Catalonia eyes aid for ‘poorly nourished’ kids

The programme is inspired by one already in place in Barcelona, the capital of Catalonia and Spain’s second-largest city, which has already identified 2,800 students facing food shortages because of the economic downturn. Catalonia’s regional education ministry “is working on a protocol to target serious cases of food shortages among schoolchildren”, the Catalan regional government said in a statement. Catalonia’s regional education minister, Irene Rigau, on Wednesday cited the example of Barcelona city hall which began drawing up a list of schoolchildren in need last year before the start of the current school year. This system, which will be extended to the entire region, “was created with the desire to respond appropriately to situations that we can detect in schools, children who are not properly nourished” a spokeswoman for Barcelona city hall said on Thursday. “They sometimes skip a meal for example, but in no case can we speak of malnutrition,” she added. Barcelona’s social services, after a case by case analysis, concluded that most of the 2,800 schoolchildren were already receiving some form of state benefits and new support was only granted to 703 children and their families on the list. Barcelona city hall has already doubled the amount allocated to canteen services to €5 million ($6.5 million) in the 2012–13 school year from €2.5 million in the previous school year.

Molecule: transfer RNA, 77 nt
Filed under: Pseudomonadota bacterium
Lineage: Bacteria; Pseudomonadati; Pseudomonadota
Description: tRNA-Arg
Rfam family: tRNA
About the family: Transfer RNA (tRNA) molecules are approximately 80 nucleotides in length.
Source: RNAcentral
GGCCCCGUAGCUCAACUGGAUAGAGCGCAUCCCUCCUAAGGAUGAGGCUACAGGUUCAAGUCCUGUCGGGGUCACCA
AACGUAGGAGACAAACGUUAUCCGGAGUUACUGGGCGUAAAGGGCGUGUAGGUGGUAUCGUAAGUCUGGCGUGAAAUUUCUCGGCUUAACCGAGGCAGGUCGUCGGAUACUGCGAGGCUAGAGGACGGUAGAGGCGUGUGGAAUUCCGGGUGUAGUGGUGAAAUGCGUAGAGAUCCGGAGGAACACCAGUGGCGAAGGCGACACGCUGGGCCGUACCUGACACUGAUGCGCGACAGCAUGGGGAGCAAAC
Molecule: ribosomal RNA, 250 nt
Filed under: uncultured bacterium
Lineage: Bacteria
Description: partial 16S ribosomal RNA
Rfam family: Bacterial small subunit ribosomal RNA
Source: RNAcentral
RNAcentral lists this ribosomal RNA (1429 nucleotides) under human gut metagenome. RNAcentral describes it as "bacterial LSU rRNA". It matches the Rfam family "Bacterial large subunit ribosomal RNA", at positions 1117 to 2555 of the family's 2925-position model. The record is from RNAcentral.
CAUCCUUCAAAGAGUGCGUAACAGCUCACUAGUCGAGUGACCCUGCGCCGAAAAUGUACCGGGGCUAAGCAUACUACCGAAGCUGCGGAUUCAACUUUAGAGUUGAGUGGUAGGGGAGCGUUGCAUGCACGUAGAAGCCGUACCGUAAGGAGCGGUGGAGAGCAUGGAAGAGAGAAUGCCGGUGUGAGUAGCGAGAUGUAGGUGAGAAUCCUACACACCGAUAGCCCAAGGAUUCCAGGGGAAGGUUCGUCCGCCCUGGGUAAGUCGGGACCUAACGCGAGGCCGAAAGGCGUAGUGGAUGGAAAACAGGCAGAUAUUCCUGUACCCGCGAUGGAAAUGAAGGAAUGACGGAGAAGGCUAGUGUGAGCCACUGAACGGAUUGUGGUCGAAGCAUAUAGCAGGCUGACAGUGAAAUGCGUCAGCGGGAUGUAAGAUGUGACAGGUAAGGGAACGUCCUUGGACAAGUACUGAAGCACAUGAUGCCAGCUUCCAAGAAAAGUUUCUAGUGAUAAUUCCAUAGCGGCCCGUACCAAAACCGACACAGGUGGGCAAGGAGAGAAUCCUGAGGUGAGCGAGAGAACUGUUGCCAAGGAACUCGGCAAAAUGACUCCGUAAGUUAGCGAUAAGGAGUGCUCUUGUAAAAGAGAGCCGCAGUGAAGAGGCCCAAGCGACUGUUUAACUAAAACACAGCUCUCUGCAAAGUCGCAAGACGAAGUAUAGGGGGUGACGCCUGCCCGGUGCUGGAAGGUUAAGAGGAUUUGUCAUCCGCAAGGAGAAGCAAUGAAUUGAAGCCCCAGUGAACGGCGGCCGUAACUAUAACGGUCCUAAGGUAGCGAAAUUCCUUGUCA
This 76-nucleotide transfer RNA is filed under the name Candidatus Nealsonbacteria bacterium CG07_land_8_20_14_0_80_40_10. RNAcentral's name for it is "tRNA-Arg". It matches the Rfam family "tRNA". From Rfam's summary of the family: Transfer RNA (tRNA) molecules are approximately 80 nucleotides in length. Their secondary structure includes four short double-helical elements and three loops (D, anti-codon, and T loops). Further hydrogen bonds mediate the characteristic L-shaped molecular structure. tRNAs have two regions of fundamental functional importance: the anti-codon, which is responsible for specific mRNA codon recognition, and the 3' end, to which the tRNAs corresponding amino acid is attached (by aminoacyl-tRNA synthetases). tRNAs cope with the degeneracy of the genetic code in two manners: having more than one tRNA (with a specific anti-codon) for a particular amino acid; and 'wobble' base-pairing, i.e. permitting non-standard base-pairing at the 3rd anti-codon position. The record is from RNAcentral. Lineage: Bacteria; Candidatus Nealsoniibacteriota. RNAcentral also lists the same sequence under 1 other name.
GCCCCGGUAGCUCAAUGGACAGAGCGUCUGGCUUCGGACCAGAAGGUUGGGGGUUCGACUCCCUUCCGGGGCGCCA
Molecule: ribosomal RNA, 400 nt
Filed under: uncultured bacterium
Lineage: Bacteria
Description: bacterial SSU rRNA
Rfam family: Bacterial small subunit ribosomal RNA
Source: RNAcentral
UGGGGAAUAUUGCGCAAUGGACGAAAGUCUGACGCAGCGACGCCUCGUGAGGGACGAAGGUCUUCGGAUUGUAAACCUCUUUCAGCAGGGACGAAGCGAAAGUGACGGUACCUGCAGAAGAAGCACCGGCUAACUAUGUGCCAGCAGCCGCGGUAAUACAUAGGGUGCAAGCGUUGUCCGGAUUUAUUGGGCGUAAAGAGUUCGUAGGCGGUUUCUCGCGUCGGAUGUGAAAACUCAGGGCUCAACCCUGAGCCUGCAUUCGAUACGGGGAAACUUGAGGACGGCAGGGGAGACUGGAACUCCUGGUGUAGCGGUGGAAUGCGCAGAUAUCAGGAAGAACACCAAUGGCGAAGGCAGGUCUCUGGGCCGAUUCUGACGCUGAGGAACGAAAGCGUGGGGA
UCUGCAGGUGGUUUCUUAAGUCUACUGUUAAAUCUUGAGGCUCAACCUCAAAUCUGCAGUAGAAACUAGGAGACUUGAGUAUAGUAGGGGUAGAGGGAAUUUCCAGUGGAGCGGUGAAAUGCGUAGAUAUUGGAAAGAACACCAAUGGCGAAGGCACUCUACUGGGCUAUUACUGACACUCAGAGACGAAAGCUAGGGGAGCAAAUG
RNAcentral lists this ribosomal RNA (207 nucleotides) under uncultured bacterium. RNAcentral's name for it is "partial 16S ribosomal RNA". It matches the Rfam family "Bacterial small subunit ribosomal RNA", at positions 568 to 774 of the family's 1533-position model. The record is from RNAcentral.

Demand for state aid has increased since 2008, when Spain’s economic crisis began, the Barcelona city hall spokeswoman said. In Catalonia, 64,000 students receive aid in the canteen this school year, up from 56,900 at the beginning of Spain’s economic crisis in the 2008–09 school year, according to Catalan regional government figures. In similar news, Andalusia on Monday began providing some 11,000 children with milk and fruit for breakfast and a sandwich as an afternoon snack That initiative is part of a package of measures approved by the regional government in Seville, run by the Socialist Party and the far-left United Left, on April 30th “to fight against social exclusion”. The region already provides a free lunch to around 70,000 needy children Spain, the eurozone’s fourth-largest economy, is still struggling to overcome the aftermath of a property bubble that imploded in 2008, destroying millions of jobs and sending debt levels soaring. The country’s unemployment rate shot up to 27.16 percent in the first quarter of 2013, the highest level since Spain returned to democracy after the death of General Francisco Franco in 1975. The programme is inspired by one already in place in Barcelona, the capital of Catalonia and Spain’s second-largest city, which has already identified 2,800 students facing food shortages because of the economic downturn. Catalonia’s regional education ministry “is working on a protocol to target serious cases of food shortages among schoolchildren”, the Catalan regional government said in a statement. Catalonia’s regional education minister, Irene Rigau, on Wednesday cited the example of Barcelona city hall which began drawing up a list of schoolchildren in need last year before the start of the current school year. This system, which will be extended to the entire region, “was created with the desire to respond appropriately to situations that we can detect in schools, children who are not properly nourished” a spokeswoman for Barcelona city hall said on Thursday. “They sometimes skip a meal for example, but in no case can we speak of malnutrition,” she added. Barcelona’s social services, after a case by case analysis, concluded that most of the 2,800 schoolchildren were already receiving some form of state benefits and new support was only granted to 703 children and their families on the list. Barcelona city hall has already doubled the amount allocated to canteen services to €5 million ($6.5 million) in the 2012–13 school year from €2.5 million in the previous school year. Demand for state aid has increased since 2008, when Spain’s economic crisis began, the Barcelona city hall spokeswoman said. In Catalonia, 64,000 students receive aid in the canteen this school year, up from 56,900 at the beginning of Spain’s economic crisis in the 2008–09 school year, according to Catalan regional government figures. In similar news, Andalusia on Monday began providing some 11,000 children with milk and fruit for breakfast and a sandwich as an afternoon snack That initiative is part of a package of measures approved by the regional government in Seville, run by the Socialist Party and the far-left United Left, on April 30th “to fight against social exclusion”. The region already provides a free lunch to around 70,000 needy children Spain, the eurozone’s fourth-largest economy, is still struggling to overcome the aftermath of a property bubble that imploded in 2008, destroying millions of jobs and sending debt levels soaring. The country’s unemployment rate shot up to 27.16 percent in the first quarter of 2013, the highest level since Spain returned to democracy after the death of General Francisco Franco in 1975.

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